December 10 2013 Latest news:
Wednesday, October 9, 2013
Veteran North Devon star of stage and screen joined by famous friends to play King Lear and raise money for the Motor Neurone Disease Association.
VETERAN actor Joss Ackland has led an all star cast in two unprecedented charity performances of King Lear.
The 85-year-old, who lives at Clovelly, took on the ‘Everest’ of Shakespearean roles for the first time in play readings at the St James Theatre and the Old Vic in London.
The ground-breaking shows raised an estimated £50,000 for the Motor Neurone Disease Association, a cause close to his heart since his wife Rosemary died from the disease in 2002.
Celebrated director Sir Jonathon Miller took charge of a jaw-dropping cast that included Greta Scacchi, Michael York, Sir Tony Robinson, John Nettles, Tony Britton, Felicity Dean, Honeysuckle Weeks, Shaun Dooley and many more.
Playing Lear is yet another pinnacle to the stage and screen actor’s career – a role he has come close to many times, but something always seemed to crop up and prevent him taking the part.
Both London shows played to packed houses and received long standing ovations, the audience clearly appreciative of the innovative use of a rehearsed on stage reading, something Mr Ackland says has never been done before.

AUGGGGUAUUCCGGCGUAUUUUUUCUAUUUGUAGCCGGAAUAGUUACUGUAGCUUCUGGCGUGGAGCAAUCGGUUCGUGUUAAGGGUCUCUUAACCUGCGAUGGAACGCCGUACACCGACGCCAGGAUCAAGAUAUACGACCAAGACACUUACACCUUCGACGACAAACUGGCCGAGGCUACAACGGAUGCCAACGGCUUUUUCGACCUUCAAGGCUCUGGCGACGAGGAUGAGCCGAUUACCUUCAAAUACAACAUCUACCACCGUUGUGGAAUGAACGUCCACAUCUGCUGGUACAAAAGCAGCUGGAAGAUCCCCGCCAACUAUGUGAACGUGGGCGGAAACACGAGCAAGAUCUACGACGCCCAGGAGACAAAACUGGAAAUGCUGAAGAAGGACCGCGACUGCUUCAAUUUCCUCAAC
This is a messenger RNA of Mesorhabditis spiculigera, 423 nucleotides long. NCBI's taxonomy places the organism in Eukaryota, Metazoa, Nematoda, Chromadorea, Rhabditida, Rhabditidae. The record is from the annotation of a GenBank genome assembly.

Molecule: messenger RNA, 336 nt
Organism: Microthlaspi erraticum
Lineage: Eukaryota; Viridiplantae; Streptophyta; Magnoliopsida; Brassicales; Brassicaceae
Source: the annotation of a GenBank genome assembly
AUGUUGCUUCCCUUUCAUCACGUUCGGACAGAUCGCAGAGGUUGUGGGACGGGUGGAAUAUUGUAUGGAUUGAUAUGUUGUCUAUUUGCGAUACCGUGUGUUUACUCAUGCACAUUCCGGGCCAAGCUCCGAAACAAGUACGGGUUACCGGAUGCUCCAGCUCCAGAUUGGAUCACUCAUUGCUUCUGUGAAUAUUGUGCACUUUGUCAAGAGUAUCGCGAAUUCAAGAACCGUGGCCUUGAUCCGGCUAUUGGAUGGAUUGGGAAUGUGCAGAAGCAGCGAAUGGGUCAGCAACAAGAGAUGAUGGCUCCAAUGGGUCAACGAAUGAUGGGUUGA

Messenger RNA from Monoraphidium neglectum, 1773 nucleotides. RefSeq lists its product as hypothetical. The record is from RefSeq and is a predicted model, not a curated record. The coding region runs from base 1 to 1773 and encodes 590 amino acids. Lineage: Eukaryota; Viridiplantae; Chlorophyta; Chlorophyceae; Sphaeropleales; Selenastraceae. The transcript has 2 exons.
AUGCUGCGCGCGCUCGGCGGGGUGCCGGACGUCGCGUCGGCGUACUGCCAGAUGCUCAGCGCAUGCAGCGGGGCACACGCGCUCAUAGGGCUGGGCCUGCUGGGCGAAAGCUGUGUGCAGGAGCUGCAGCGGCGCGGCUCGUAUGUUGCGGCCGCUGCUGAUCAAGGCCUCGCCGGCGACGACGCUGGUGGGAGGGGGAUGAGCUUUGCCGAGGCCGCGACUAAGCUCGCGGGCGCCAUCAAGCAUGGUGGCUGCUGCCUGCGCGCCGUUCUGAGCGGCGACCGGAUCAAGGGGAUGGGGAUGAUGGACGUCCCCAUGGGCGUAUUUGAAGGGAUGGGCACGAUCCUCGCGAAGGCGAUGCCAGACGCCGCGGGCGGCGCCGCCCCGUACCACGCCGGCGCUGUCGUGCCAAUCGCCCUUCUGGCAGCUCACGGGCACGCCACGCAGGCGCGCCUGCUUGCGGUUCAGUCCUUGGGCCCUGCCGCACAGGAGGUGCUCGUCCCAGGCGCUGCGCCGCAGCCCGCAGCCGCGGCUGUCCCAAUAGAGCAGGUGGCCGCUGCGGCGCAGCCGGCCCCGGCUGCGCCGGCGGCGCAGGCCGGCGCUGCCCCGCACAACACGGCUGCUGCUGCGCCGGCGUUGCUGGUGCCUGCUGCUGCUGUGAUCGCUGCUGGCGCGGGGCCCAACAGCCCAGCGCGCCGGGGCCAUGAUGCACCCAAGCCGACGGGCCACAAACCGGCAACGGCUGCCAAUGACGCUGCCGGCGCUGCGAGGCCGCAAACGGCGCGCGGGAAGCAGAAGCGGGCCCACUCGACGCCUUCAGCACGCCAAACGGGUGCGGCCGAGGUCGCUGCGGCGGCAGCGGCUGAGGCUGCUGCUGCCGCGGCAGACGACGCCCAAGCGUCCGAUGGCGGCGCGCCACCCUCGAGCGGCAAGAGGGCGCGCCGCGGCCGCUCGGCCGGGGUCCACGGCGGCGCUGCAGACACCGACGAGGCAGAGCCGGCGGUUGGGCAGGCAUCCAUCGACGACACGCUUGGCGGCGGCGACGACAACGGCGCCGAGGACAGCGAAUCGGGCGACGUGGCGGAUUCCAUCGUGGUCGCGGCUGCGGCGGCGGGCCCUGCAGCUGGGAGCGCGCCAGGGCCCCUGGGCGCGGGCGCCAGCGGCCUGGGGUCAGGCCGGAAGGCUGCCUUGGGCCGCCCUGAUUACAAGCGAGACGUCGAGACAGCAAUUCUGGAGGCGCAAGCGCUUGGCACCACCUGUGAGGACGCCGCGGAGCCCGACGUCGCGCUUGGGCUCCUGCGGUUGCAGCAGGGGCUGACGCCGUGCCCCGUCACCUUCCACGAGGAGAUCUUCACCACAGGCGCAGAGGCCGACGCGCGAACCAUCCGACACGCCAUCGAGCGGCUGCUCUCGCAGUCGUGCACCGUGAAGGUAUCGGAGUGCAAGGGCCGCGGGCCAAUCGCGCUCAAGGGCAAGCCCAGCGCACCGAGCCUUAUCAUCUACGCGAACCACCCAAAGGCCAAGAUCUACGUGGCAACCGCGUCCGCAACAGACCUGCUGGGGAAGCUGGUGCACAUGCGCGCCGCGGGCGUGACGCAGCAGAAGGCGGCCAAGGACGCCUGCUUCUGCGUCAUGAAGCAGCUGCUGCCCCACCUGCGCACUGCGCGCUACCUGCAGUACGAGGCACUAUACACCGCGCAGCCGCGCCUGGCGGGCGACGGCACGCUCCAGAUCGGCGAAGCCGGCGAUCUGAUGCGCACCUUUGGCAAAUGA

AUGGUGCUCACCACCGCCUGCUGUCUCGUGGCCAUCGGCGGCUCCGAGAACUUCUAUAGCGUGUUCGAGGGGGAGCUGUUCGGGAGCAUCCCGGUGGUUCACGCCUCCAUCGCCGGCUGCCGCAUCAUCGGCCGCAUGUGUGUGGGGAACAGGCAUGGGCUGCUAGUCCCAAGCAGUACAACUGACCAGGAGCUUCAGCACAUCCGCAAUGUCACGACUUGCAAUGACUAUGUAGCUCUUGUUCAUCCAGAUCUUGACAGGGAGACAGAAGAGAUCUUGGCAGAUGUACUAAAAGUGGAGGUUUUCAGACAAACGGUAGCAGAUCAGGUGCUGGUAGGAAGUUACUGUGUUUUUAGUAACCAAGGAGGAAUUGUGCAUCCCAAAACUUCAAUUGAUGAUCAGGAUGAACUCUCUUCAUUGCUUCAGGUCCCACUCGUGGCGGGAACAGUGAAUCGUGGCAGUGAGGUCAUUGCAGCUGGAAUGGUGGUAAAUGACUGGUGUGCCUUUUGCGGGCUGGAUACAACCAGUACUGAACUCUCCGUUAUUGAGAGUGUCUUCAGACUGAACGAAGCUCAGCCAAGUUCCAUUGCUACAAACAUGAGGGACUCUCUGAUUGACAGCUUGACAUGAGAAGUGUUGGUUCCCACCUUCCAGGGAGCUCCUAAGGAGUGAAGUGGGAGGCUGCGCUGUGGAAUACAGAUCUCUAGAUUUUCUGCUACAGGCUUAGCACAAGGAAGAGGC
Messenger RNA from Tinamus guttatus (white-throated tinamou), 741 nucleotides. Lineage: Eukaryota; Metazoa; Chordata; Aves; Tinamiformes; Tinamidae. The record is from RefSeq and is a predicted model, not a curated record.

All gave up their time to do the shows, whose idea and drive to see it through came from actress and producer Lisa Paterson, following the loss of her script-writer and theatre director friend Ranald Graham to the disease.
“We hope it will raise peoples’ awareness of the disease and how much more help is needed. It is the worst disease of all,” Mr Ackland told the North Devon Gazette.
“It was also a way of bringing four generations of actors together. The company all said it was the happiest thing they had ever done, because it was a matter of people working together as a team.
“It was just a joy to do something for a cause and to help somebody.”
* CLICK on the picture galleries to the top right of this story to view scenes from the performance at the Old Vic, courtesy of Broadcast3D.tv.